Thursday, September 18, 2008

Returning to the same old thing

The book of John describes the scenes occurring after Jesus had died on the cross and was appearing to the disciples. We find the disciples back at the Sea of Tiberius. I can imagine what was going through their heads - "I thought this was the Messiah." ; "Could we have been wrong?". Jesus had already appeared to the disciples and showed him his scars, proving his resurrection. I imaging they were confused by what they saw, after all, it had to be nearly unbelievable. More than that, they probably wondered, "OK, so now what?" "What do we do now that Jesus is not with us in physical form? How do our lives change and what message do we preach when our leader isn't around?" One member of the group, Simon Peter, stands up and boldly announces, "I am going out to fish." (John 21:3). In their uncertainty, the other disciples say, "We'll go with you".

So here we are, looking in on the scene as the disciples decided what to do next. The confusion, the frustration, the resentment, the sorrow, the disappointment, all boiling down to the loss of both their teacher, their chosen "redeemer" and friend. How much their hearts must have ached! Their lives had been changed, everything they thought was going to happen, would no longer be true. The plans they might have made, the assumptions they had that they would serve with Christ when he saves his people, all of those plans and wonderings now a fleeting thought, as they adjusted to the fact that everything was different now. I imagine they were as captured in the moment as I would have been. Lost in despair and self-doubt, they turn to the one thing they knew - fishing. Consistency. They at least know how to fish. They can go back to that. It is something they do have control over, it is something they understand.

While the response of the disciples intrigues me, knowing that I would probably respond the same way, it is another fact that I am pondering over today. You see, here were the people chosen by Jesus himself to follow Him. Here were the men who saw the miracles with their own eyes. Who witnessed Jesus' Truth firsthand. These were the guys who tied his sandals, who ate dinner with him, who gave up everything to follow Him because they knew without a doubt, that He was the "one". And yet, days after Jesus' death, are they still proclaiming his truth? Are they fighting those authorities who unjustly crucified their savior? No. They are hanging their heads, they go on home. They go fishing. They immediately return to the life they lived before Jesus. Where are their changed lives?

Do we do the same thing as believers that the disciples did? Do we begin to question our salvation and the the one we entrusted it to, when it feels like He isn't around? Do we end up doing the same old things we did before we got saved, not realizing that our lives should have been different after our experience with our Lord? Do we return to the things we are comfortable with, the things that are easy? Do we recognize our shift back to the culture, back to our old way of life? Do we follow Peter, like the disciples did? Do we let others influence the way we walk in the Lord?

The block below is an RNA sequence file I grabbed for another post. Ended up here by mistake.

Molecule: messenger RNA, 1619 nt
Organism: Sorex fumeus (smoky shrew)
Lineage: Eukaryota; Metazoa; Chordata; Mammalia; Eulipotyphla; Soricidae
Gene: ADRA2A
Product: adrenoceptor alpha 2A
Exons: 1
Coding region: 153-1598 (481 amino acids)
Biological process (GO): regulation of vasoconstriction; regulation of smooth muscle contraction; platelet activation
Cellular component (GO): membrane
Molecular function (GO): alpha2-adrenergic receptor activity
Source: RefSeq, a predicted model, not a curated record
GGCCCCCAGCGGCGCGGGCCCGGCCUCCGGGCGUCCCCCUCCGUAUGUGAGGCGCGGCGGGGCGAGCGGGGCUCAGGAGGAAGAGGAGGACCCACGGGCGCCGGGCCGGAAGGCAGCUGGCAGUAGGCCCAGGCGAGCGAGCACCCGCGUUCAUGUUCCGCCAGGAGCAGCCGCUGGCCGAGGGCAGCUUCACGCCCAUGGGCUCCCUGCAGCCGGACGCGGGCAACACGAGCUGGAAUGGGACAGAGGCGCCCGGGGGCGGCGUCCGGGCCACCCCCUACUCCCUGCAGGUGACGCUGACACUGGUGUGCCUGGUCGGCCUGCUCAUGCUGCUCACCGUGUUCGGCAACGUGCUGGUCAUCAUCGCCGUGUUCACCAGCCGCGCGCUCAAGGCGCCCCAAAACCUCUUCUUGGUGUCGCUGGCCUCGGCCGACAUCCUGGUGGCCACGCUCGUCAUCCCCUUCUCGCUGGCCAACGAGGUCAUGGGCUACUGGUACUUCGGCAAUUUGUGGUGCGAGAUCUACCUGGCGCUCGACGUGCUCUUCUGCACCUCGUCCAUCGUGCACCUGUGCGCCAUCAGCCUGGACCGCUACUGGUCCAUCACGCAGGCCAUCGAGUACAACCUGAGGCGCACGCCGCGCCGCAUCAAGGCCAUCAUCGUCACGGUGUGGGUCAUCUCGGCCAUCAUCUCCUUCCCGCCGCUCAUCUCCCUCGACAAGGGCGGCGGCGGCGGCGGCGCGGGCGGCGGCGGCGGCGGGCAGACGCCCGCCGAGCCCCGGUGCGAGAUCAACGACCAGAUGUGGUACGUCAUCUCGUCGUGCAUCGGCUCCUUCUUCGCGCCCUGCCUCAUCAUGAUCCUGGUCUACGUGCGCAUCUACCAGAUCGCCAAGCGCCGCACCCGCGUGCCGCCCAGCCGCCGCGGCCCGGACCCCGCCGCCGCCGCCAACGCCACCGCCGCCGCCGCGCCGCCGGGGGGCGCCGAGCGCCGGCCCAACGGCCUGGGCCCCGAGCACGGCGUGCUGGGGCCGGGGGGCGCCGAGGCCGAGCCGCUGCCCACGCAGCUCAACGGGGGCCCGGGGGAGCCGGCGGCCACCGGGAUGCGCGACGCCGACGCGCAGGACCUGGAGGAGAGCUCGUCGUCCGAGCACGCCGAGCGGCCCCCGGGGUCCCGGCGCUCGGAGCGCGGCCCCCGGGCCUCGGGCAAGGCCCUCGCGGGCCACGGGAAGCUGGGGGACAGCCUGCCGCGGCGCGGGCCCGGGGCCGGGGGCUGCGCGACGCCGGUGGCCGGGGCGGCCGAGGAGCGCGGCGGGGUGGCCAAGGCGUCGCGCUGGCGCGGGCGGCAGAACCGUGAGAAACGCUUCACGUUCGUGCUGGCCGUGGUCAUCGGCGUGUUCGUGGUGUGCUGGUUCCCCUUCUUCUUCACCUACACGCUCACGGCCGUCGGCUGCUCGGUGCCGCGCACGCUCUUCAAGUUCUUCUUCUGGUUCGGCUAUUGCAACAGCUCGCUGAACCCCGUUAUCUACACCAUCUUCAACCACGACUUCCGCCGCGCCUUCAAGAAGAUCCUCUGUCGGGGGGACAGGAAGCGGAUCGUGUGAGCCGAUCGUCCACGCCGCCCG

While I think the answers to the above questions are "yes", they don't have to be the end. We can continue returning to Christ, we are renewed, refreshed, and reminded about our Savior's grace and the salvation he has given us. Would it be easier on our lives if we would do it the right way, turning to him for everything after our conversion, and viewing all of the world through the eyes of Truth provided by Christ? IT CERTAINLY WOULD! But we make it difficult, we fight with our flesh to overcome worldy desires and value, losing battles here and there, struggling with the same old burdens we had before.

When the disciples go out to fish, they catch nothing. Isn't that how it truly is? We return to what we think will make us happy, and fall back into old routines we think will bring comfort, only to find them empty and full of disappointment as well!

So let's remember what happens next in the story of our dear disciples. After they "fall away" from the truth and grace they found through their relationship with Christ, and begin to give-in to the uncertainty and self-doubt, someone arrives on the scene - CHRIST! He doesn't announce his presence and demand an answer for their faithlessness and lack of understanding. He shouts out, "Friends, haven't you caught any fish?" I feel like this is a rhetorical question. He seems to be telling them, "brothers, you cannot get fulfillment out of the old way of life, don't you understand this yet?" He tells them to throw their nets on the other side of the boat, and of course, they catch so many fish, they are unable to bring them into the boat. They drag them back to shore, the nets still in the water. When they get to shore, there is a small fire where Christ has prepared a small meal of bread and fish. He invites them to share in the meal with him. You see, in the midst of our confusion, or our rebellion, or even our lack of direction, He calls to us. And when we listen and move towards Him, he invites us into fellowship with Him. It is his gracious mercy that redeems us. What a blessing it is to hear Him call me his friend, to invite me to satisfy my soul's desires at His table! Lord, help me to continue faithfully, dwelling only on your grace, mercy and will for my life. Give me the courage and the strength to continue a steadfast journey until I dwell with you. Help me to cast off the self-doubt, the disappointments, the inconsistency and the weakness of falling back into the same old way of dealing with life's problems. Help me to look only to you.

Matthew 17:8 "When they looked up, they saw no one except Jesus"

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